1 The S&P/Case-Shiller 20-City Home Price Index measures the residential housing market, tracking changes in the value of the residential real estate market in 20 metropolitan regions across the United States
The opinions in the preceding commentary are as of the date of publication and subject to change based on subsequent developments and may not reflect the views of the firm as a whole. This material is not intended to be legal or tax advice and is not to be relied upon as a forecast, or research or investment advice regarding a particular investment or the markets in general, nor is it intended to predict or depict performance of any investment. Investors should not assume that investments in the securities and/or sectors described were or will be profitable. This document is prepared based on information Lord Abbett deems reliable; however, Lord Abbett does not warrant the accuracy or completeness of the information. Investors should consult with a financial advisor prior to making an investment decision.
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Tags: Businesspeople, Comparable Period, Declines, Despair, Ebb And Flow, Economic Insights, Economic Possibilities, Economic Reality, Economic Statistics, Economy Business, Housing Market, Lord Abbett, Mild Winter Weather, Milton Ezrati, New Home Construction, Official Statistics, Overhang, Strong Side, Wake Up Call, Welcome Signs
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Thursday, November 5th, 2009
Eric Sprott’s just released his latest investment outlook, Surreality Check Part Two: Dead Government Walking. Its a follow up to Surreality Check Part One: Dead Men Walking, originally published in November 2007 where Sprott described the ‘bizarro’ market preceding last year’s credit and financial market meltdown. As usual, its excellent reading, as Sprott does his best to make sense of the senseless:
The equity market performance in November 2007 masked the underlying problems plaguing the financial system at the time, and it’s blindingly apparent that it is doing the same again today. The government has assumed most of the financial system’s liabilities in a giant game of ‘kick the can’. The calls for a new bull market are coming fast and furious. Market participants are bidding up the stocks of companies that are demonstrably bankrupt, and government balance sheets have ballooned to unforeseen levels. As respected market commentator David Rosenberg recently wrote, “the stock market is divorced from economic reality”.1 It’s time for another surreality check, but this time it isn’t the publicly traded companies that deserve attention, it’s the governments that have saved them. Make no mistake – the dead men are still walking – they’re just a lot bigger now than they were two years ago, and they don’t generate earnings – they print money and tax their citizens.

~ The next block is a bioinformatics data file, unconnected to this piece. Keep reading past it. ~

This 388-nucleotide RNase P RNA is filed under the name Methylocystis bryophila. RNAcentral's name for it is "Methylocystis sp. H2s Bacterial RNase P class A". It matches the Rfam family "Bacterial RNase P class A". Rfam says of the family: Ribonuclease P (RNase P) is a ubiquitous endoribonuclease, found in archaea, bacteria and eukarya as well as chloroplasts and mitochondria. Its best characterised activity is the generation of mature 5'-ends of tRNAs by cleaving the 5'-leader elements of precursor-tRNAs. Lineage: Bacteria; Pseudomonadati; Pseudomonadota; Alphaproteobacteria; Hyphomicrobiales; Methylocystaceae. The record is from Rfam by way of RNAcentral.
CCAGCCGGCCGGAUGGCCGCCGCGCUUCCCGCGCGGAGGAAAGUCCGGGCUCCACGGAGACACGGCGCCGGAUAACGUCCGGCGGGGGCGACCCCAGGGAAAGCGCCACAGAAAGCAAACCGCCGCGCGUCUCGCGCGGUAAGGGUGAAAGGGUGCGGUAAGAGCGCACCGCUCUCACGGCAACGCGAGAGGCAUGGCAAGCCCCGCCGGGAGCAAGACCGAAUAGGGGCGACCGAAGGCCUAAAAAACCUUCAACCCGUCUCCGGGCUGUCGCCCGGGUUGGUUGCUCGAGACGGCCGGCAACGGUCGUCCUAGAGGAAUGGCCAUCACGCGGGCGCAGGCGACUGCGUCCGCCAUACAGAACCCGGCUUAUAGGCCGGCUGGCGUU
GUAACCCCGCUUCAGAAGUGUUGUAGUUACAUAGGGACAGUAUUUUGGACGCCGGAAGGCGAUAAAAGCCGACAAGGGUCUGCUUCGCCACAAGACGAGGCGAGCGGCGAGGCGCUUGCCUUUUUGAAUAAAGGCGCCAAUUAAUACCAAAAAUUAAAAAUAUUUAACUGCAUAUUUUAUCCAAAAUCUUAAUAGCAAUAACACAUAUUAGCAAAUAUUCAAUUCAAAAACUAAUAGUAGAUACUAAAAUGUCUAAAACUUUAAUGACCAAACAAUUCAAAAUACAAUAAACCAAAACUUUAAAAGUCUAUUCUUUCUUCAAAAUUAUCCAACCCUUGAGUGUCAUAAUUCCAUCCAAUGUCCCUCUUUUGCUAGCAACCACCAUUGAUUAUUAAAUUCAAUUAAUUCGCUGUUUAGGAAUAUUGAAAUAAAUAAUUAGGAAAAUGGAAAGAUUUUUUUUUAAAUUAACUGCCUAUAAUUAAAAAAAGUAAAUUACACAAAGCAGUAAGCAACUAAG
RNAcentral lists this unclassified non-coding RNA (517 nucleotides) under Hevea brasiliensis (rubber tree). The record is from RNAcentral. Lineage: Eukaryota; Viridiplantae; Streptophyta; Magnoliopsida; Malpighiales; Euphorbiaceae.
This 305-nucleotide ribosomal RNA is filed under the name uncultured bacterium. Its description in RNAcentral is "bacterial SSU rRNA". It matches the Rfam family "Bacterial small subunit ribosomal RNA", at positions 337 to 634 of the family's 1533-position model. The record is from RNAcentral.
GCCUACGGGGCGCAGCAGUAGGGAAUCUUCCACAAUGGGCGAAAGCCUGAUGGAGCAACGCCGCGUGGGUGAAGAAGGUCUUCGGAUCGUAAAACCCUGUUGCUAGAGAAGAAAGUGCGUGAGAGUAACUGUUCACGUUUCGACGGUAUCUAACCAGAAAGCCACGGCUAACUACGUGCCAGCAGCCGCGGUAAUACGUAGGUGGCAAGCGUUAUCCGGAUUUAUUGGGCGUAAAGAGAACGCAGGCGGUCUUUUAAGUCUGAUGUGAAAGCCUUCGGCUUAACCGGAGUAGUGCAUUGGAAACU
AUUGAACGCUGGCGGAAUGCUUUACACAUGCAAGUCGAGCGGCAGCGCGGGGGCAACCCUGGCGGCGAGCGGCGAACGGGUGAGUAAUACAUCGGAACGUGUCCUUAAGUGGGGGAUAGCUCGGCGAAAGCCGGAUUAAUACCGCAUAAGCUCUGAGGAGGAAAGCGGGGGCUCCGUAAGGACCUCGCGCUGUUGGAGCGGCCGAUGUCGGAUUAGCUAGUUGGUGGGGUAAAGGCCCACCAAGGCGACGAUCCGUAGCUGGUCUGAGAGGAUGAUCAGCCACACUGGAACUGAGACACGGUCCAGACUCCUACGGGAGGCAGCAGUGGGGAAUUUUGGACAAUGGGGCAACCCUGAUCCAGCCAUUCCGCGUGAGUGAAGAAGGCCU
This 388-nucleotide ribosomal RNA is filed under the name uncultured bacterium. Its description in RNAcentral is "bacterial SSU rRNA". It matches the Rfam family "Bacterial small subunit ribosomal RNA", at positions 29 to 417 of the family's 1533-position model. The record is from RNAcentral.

Download the whole report here.
Tags: Advertisement, Balance Sheets, Bizarro, Citizens, David Rosenberg, Dead Men, Dead Men Walking, Earnings, Economic Reality, Eric Sprott, Financial Market Meltdown, Game, Governments, Investment Outlook, Liabilities, Market Commentator, Market Participants, Market Performance, Mistake, Money, Stock Market, Stocks
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Wednesday, August 19th, 2009
I am on the road today tending to a few business matters – in an environment in which South Africa has just seen its third consecutive quarter of negative GDP growth – and the mood is not entirely upbeat.
Back to the yin and yang of equities: I have tried arguing over the past week or two that global stock markets were grossly overbought and out of kilter with economic reality, and therefore ripe for correction – a process I believe has now commenced (also for commodities, and the reverse for safe-haven assets such as government bonds, the US dollar and the Japanese yen). I have also mentioned that we may see at least some degree of reversion to the 200-day moving averages in a number of instances.
It is perhaps premature to say whether we will be dealing with a normal short-term correction or a more significant move threatening the primary trend. However, when considering longer-term data, it would seem that any correction may still be part of an overall bottoming-out process. The chart below shows monthly intervals for the S&P 500 Index since 1998 and conveys an important message when considering the three momentum-type oscillators at the bottom (RSI, MACD and ROC). These are reversing course for the first time since the primary sell signals of 2007 and now either indicate buy signals (or are getting close to them in the case of MACD).
I need to be off to my appointments, but thought I would just share this thought with you while we remain cautious and await Mr Market to offer us stocks – especially in high-growth markets such as China, India and resource-based economies – at more realistic levels.
Tags: Business Matters, Chart Below Shows, Commodities, Consecutive Quarter, Dollar And The Japanese Yen, Economic Reality, Emerging Markets, GDP, GDP Growth, Global Stock Markets, Government Bonds, Growth Markets, India, Intervals, Kilter, Macd, Moving Averages, Oscillators, Realistic Levels, Reversion, Safe Haven, Yin And Yang
Posted in Commodities, Emerging Markets, India, Markets | Comments Off